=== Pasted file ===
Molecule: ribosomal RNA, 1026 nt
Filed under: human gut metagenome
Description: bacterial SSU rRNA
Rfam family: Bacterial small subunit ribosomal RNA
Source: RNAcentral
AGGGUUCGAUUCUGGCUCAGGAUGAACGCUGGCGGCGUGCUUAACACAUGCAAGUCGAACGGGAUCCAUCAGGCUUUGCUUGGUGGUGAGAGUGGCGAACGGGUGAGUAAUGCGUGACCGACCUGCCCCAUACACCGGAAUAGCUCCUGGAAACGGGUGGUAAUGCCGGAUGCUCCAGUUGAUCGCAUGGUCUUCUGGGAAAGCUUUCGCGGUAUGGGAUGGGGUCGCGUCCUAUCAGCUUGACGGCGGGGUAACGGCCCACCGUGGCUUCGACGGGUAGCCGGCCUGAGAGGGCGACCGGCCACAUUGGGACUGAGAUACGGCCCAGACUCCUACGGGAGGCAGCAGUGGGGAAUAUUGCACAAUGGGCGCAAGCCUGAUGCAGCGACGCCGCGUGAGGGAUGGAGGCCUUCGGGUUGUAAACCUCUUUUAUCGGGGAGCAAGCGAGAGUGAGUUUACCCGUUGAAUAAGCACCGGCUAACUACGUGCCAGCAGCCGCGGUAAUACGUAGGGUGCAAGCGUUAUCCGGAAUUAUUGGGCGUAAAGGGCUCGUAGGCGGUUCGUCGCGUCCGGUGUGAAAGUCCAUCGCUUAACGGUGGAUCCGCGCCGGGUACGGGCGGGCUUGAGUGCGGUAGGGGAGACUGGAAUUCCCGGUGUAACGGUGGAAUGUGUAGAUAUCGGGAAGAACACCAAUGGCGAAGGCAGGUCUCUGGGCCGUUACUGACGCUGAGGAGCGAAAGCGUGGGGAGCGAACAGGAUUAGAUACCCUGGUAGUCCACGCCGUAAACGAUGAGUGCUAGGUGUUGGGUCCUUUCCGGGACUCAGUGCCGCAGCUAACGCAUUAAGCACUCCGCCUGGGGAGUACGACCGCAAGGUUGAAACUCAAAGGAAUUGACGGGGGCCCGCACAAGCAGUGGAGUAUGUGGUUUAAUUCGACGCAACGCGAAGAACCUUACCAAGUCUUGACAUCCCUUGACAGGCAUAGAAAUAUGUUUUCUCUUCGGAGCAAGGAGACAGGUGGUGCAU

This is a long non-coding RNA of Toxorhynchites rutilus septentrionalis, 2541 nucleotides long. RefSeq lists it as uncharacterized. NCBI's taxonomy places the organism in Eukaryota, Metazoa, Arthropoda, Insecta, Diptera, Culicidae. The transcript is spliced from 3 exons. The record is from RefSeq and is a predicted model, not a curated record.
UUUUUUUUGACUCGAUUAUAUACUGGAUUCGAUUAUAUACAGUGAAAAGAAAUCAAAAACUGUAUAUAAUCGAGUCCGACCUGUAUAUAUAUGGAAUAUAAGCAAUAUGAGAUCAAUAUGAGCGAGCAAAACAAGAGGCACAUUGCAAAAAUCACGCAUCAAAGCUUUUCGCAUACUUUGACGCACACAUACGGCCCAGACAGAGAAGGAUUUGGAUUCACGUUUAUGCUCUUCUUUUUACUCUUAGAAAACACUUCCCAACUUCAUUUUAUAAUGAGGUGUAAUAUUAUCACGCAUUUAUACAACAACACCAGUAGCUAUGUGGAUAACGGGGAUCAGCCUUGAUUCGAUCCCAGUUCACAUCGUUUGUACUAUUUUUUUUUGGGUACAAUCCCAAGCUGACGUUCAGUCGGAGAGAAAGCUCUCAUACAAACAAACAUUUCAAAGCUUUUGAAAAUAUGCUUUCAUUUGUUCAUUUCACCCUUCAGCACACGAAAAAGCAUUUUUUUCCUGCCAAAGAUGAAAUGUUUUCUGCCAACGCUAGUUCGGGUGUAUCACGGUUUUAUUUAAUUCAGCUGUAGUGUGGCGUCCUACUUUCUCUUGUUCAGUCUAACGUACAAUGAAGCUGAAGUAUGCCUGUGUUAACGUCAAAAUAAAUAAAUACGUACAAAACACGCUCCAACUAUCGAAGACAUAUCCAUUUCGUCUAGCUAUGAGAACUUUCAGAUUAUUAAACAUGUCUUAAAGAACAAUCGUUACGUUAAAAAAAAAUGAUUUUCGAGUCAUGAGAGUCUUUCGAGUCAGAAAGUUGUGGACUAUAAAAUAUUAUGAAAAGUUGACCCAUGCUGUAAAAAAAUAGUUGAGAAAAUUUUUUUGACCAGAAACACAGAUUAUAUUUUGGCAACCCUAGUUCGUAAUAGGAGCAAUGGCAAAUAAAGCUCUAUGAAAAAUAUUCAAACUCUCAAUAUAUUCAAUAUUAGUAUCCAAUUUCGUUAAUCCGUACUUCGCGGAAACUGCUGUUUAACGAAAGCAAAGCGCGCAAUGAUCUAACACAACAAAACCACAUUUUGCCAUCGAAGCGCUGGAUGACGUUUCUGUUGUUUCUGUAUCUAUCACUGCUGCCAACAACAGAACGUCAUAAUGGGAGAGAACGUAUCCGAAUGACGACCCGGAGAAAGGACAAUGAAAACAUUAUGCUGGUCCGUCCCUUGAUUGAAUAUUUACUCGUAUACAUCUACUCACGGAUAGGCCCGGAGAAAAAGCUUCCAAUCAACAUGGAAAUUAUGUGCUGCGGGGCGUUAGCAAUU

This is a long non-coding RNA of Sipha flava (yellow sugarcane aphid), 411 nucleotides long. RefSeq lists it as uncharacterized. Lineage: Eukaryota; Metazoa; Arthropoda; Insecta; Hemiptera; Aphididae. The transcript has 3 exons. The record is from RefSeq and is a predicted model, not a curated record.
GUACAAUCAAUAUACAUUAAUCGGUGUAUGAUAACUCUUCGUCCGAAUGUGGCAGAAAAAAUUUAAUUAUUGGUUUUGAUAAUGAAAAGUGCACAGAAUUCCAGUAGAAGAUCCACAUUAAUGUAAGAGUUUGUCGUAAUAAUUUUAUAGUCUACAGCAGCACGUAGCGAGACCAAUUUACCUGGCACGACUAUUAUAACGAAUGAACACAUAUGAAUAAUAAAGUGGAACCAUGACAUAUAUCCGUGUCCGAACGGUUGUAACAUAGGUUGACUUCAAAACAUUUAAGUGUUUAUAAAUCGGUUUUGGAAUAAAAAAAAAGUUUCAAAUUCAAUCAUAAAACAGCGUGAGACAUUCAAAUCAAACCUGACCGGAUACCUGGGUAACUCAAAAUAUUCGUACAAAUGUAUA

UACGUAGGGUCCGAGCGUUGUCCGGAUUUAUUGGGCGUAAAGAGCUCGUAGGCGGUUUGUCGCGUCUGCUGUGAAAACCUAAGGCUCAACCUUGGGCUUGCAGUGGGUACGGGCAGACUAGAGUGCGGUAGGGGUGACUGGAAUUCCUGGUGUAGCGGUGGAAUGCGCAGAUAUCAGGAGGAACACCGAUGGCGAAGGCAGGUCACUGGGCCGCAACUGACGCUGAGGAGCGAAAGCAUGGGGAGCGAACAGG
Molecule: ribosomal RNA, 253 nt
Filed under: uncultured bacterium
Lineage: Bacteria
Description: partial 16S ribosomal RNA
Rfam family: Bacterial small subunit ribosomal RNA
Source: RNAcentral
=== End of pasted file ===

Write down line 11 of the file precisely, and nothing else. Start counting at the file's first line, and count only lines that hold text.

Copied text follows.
UACGUAGGGUCCGAGCGUUGUCCGGAUUUAUUGGGCGUAAAGAGCUCGUAGGCGGUUUGUCGCGUCUGCUGUGAAAACCUAAGGCUCAACCUUGGGCUUGCAGUGGGUACGGGCAGACUAGAGUGCGGUAGGGGUGACUGGAAUUCCUGGUGUAGCGGUGGAAUGCGCAGAUAUCAGGAGGAACACCGAUGGCGAAGGCAGGUCACUGGGCCGCAACUGACGCUGAGGAGCGAAAGCAUGGGGAGCGAACAGG